IS THE TOM KNOX campaign the '69 Mets? Or the '85 Villanova Wildcats? Is it, in short, the Cinderella team of this mayoral season?

I'm starting to believe.

Not just because a new Daily News/Keystone Poll shows Knox, who was nowhere when the race began, now leading the field.

But also because almost everything that's happened so far - from the legal to the bizarre - happens to benefit Knox.

Start with the overall election-year atmosphere.

It's tainted with the residue of pay-to-play politics, fueled by frustration over violent crime and drugs, and charged with a general discontent about "the way things are."

Such an atmosphere welcomes a non-officeholder, new face selling change, and that benefits Knox.

Add the critical money factor.

For the first time, candidate campaign funds are limited. And these limits, upheld this week by state Commonwealth Court, impact all but multimillionaire Knox. It's an enormous edge, one he wouldn't have had in any prior race for mayor.

There's the size and makeup of the field.

The five major contenders can split the vote five ways, allowing someone to sneak to victory with maybe less than a third of the total. By doing TV early and often, Knox is closest to a number that can win.

And due to the size of the field (and financial limits), can other candidates really go after Knox in negative TV ads (to which, of course, he has the resources to respond)? Or are they reduced to self-promotion? And, if so, guess who gains from that?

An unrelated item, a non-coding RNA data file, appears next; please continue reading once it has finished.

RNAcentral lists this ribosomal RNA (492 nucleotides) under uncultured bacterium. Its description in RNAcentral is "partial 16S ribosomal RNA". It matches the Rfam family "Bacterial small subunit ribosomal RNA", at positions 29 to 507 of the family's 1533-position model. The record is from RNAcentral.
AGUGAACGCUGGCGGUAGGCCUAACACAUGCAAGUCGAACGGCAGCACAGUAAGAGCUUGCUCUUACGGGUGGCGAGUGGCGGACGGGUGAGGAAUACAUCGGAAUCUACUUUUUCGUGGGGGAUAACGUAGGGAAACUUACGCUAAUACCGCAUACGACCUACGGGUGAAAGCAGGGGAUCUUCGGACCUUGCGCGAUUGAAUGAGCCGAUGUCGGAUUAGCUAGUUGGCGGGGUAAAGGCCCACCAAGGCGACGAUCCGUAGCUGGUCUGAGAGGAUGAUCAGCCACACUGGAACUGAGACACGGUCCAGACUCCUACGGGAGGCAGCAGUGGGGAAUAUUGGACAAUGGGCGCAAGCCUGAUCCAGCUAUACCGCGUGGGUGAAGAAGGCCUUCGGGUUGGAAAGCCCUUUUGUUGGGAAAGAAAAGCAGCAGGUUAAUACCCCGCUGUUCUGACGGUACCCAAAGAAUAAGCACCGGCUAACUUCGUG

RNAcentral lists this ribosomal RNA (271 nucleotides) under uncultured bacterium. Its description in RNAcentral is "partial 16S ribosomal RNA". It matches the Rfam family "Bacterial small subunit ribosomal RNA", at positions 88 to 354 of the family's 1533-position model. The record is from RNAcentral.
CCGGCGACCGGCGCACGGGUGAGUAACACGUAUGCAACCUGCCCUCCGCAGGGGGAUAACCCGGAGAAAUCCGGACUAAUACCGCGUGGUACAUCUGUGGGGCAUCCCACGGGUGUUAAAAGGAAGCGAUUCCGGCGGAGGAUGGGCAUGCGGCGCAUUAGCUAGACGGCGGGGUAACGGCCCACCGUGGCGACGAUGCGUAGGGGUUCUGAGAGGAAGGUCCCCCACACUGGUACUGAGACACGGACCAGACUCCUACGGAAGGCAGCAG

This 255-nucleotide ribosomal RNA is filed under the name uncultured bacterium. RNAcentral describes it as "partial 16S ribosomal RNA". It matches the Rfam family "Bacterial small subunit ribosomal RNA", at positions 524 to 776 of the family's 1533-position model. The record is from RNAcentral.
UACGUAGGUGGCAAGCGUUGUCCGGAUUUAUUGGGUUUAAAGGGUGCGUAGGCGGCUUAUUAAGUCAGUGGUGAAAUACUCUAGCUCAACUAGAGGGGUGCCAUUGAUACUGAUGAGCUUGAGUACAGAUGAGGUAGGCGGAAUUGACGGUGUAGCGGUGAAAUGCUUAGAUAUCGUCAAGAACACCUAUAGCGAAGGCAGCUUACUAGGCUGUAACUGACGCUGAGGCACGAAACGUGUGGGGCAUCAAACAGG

Look at the top stories in the race to date:

* In December, Jonathan Saidel drops out. One less white-guy candidate benefits Knox.

* In January, the first Keystone Poll puts Knox second behind Chaka Fattah, moving Knox from a subject of insiders' snickers to a position of prominent player.

* In February, the feds indict state Sen. Vince Fumo, close friend and ally of Bob Brady, just after Brady announces his candidacy. Nothing like juicy corruption charges against a longtime power in city politics to underscore Knox's call for change.

Meanwhile, Knox works African-American churches and hosts neighborhood breakfasts and dinners, and runs TV ads on fighting crime, drugs and violence - voters' top concerns.

* In March, there's the Brady ballot challenge, a technicality related to a government form. But it's a story that (at best) is a distraction for Brady and (at worst) makes him and his campaign look inept. Knox leads the challenge and questions Brady's ability to lead the city.

Then a Philadelphia Tribune poll of African-American voters shows Knox going from 1 percent last October to 14 percent. Brady, the other white candidate, is at 8 percent.

Then long-regarded front-runner Fattah fumbles over release of his tax returns, filed jointly with his TV-news-anchor wife, Renee. It's another story about another candidate that's not exactly positive. And when a front-runner flails, guess who gains?

"I must admit, I didn't expect things to unfold the way they did," says Knox media guru Joe Trippi. "Call it luck or whatever you want to call it, things seem to break his way."

Doesn't mean he wins. A fifth of the vote is undecided. And an aide to a rival campaign says Knox right now is "defying gravity."

Is Knox as high as he gets? Does Fattah - the only candidate not yet on TV - sprint to the finish? Can Brady, who appears on the move, move up? Does Dwight Evans or Michael Nutter catch fire?

Or do events continue to break in favor of just one team? Like, you know, for Indiana's Milan High School back in '54. Wonder if Knox ever saw "Hoosiers"? *

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